FIG. 3 is a flow chart explaining the operation of the BIOS software used to configure the motherboard via the control logic explained above. Any type of reset, (system power on, system reset and CPU reset), will initialize the BIOS at "Start" block 300. The system then proceeds to the Initialization block 301 where certain system components are reset, (depending on the type of reset as is well known in the art), such as clearing RAM, spinning up any hard drives, etc. From the Initialization block 301 the system proceeds to block 302, where it is determined if the reset was caused by powering up the computer. At this point we will consider that the reset was caused by powering up the computer, (as would be necessary when replacing the CPU), and following the "Yes" line the system proceeds to block 303. In block 303 it is determined if the "Hot Key" has been pressed by the computer operator. After the CPU has been replaced with a different type of CPU, the operator must turn on the computer and also press the Hot Key to enter the BIOS configuration setup. Assuming this is the case, the system proceeds from block 303 to block 304. In block 304 the BIOS setup subroutine is entered and the BIOS screen is displayed on the PC's monitor, (as is well known in the art). The difference between the BIOS screen displayed by prior art devices and the present invention is that the BIOS screen of the present invention has blocks for entering the CPU frequency, multiplier and voltage as discussed in detail above. After the operator has entered, in block 305, the parameters for their specific CPU, (usually supplied by the CPU manufacturer in the CPU's package), the CPU saves these parameters, block 306, by using the CMOS RAM of the motherboard and the data latches 101 as explained above. Once the parameters have been saved, the system resets, a "Speed Easy" reset as named by the inventor, at block 307 and the system returns to block 300.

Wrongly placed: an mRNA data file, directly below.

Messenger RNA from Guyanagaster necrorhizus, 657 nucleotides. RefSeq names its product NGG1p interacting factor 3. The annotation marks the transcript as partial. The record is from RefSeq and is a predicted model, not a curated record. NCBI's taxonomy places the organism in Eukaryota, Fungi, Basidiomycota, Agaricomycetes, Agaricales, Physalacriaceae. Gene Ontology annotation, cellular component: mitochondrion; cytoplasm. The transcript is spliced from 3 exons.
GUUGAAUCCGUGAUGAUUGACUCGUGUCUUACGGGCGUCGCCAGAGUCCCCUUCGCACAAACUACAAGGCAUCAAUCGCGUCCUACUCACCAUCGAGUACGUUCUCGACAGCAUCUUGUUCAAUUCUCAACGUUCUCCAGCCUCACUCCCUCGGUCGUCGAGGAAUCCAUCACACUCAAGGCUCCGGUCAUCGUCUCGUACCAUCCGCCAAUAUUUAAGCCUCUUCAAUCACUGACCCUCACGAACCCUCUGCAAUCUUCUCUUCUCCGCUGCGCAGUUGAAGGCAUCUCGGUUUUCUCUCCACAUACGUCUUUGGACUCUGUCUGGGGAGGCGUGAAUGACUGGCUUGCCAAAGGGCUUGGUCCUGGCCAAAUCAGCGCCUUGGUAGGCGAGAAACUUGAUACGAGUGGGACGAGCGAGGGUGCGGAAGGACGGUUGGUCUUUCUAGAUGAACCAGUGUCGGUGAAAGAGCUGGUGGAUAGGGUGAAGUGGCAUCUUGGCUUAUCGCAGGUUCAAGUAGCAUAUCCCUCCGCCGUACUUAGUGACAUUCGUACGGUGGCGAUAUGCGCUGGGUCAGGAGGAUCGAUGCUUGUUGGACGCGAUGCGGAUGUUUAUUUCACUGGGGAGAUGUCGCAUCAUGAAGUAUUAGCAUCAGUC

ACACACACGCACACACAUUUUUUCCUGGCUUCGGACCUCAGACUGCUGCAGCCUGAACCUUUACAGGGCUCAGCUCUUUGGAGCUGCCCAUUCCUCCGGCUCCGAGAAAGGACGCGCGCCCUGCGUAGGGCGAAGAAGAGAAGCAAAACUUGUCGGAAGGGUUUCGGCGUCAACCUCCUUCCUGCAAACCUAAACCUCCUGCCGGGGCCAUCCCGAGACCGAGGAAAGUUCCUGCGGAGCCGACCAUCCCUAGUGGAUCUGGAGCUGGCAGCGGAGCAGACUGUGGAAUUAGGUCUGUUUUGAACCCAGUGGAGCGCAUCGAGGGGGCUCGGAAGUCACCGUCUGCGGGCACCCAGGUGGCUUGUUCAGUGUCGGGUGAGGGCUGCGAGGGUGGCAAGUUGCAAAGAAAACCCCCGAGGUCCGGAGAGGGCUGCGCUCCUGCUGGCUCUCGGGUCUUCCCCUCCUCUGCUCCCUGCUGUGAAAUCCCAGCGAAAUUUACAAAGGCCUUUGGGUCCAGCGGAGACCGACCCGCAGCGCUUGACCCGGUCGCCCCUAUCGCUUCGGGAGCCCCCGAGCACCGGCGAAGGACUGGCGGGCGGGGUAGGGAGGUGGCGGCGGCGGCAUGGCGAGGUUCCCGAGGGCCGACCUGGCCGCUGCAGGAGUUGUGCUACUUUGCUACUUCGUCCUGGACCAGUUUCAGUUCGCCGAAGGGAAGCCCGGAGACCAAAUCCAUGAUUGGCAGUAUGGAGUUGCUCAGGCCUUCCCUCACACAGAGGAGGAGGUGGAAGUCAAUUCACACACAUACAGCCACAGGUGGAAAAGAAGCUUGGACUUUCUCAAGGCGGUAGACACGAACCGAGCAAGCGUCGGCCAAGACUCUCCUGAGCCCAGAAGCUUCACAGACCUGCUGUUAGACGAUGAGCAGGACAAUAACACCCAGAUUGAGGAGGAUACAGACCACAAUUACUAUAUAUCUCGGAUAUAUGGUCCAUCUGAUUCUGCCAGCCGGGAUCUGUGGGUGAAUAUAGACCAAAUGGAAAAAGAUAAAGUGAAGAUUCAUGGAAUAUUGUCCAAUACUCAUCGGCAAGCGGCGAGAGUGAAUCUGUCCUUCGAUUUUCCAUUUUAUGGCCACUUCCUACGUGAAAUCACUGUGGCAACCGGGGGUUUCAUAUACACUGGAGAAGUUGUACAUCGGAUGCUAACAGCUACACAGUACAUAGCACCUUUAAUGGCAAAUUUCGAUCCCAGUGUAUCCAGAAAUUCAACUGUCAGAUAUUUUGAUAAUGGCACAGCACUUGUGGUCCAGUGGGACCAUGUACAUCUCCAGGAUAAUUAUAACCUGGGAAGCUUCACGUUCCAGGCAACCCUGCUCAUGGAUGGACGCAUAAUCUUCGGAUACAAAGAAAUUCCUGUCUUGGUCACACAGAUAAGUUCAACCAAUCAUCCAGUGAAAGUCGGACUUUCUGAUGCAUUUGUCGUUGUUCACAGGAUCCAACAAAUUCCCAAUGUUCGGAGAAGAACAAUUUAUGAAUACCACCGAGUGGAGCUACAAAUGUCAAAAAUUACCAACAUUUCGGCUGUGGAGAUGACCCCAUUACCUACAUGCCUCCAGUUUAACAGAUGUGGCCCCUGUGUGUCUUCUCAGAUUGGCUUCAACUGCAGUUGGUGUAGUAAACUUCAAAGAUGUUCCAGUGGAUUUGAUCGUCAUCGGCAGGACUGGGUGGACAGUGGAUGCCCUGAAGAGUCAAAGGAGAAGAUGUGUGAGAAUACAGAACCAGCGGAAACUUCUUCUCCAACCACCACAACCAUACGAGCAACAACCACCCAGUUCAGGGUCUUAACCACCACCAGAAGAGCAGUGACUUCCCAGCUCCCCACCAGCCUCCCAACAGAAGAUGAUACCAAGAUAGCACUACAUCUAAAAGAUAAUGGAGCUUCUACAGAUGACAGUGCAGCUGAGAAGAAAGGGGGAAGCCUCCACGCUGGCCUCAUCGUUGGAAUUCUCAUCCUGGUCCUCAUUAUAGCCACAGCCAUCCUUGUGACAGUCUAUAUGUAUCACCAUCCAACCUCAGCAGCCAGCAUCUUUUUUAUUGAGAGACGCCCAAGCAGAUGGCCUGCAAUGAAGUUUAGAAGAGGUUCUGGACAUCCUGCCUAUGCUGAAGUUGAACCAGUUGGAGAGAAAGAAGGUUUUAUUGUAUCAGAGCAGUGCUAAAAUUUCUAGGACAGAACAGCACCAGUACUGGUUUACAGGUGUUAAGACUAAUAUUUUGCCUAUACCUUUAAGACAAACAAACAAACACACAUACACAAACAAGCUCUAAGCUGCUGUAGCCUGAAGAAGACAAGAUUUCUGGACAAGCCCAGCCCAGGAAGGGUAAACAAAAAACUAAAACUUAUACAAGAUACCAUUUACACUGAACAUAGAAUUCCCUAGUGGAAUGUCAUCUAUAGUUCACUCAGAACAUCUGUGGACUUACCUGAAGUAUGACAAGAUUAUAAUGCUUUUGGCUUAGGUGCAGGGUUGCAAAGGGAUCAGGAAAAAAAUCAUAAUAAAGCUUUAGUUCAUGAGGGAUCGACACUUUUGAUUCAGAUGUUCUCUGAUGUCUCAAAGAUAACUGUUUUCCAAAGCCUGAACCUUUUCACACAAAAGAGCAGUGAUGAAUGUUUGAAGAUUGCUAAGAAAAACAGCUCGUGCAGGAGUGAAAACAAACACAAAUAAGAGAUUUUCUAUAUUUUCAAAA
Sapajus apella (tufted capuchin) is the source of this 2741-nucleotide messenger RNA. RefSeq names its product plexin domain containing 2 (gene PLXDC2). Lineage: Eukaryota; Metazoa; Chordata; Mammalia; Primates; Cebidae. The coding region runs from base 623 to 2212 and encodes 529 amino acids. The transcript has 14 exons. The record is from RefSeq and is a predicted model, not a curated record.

If the power up reset had not been followed by the operator pressing the Hot Key, the system would proceed from block 303 to block 308. In block 308 the previously defined parameters, (stored in the CMOS RAM), are used to operate the CPU. The system then proceeds to block 309 which gives a standard reset and returns the system to block 300.
If the reset is not of a power up type, (system reset, CPU reset, or Speed Easy reset), the system proceeds from block 302 to block 310. At block 310 the operator is given the option to enter BIOS setup as is standard in conventional computer systems, (usually by pressing the DEL key during boot-up). If the operator enters BIOS setup, the system proceeds from block 310 to block 311, and the BIOS setup continues through blocks 312-314 as explained above for blocks 305-307. It should be noted that whenever BIOS setup is entered, blocks 304 and 311, not only can the parameters for the CPU be changed, but all of the standard computer parameters, (RAM, I/O ports, etc.), can be changed as is well known in the PC art. If BIOS setup is not entered, the system proceeds from block 310 to block 315 where the processor is reset. After the processor is reset, (not to be confused with CPU reset), the system proceeds to block 316, the boot up sequence is completed, and the disc operating system, DOS, is entered. From the above information, it can be seen that a power on reset without intervention on the part of the operator, will proceed as follows: block 300 to block 301 to block 302 to block 303 to block 308 to block 309 to block 300 to block 301 to block 302 to block 310 to block 315 to block 316. A non-power up reset, (pressing the system reset button on the computer case, or pressing control, ALT and DEL keys simultaneously for a CPU reset), without further intervention on the part of the operator, will proceed as follows: block 300 to block 301 to block 302 to block 310 to block 315 to block 316.
It should be noted that the above invention is not limited to a complete motherboard, but may be retrofitted on an existing motherboard by use of a module containing the circuitry of FIGS. 1 and 2. In either case the systems BIOS program must be replaced with the BIOS program of the present invention.
It is to be understood that the present invention is not limited to the sole embodiment described above, but encompasses any and all embodiments within the scope of the following claims.
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|Cooperative Classification||G06F9/4403, G06F13/4072|
|European Classification||G06F9/44A1, G06F13/40E2B|
|Aug 6, 2002||REMI||Maintenance fee reminder mailed|
|Dec 31, 2002||FPAY||Fee payment|
Year of fee payment: 4
|Dec 31, 2002||SULP||Surcharge for late payment|
|Aug 9, 2006||REMI||Maintenance fee reminder mailed|
|Jan 19, 2007||LAPS||Lapse for failure to pay maintenance fees|
|Mar 20, 2007||FP||Expired due to failure to pay maintenance fee|
Effective date: 20070119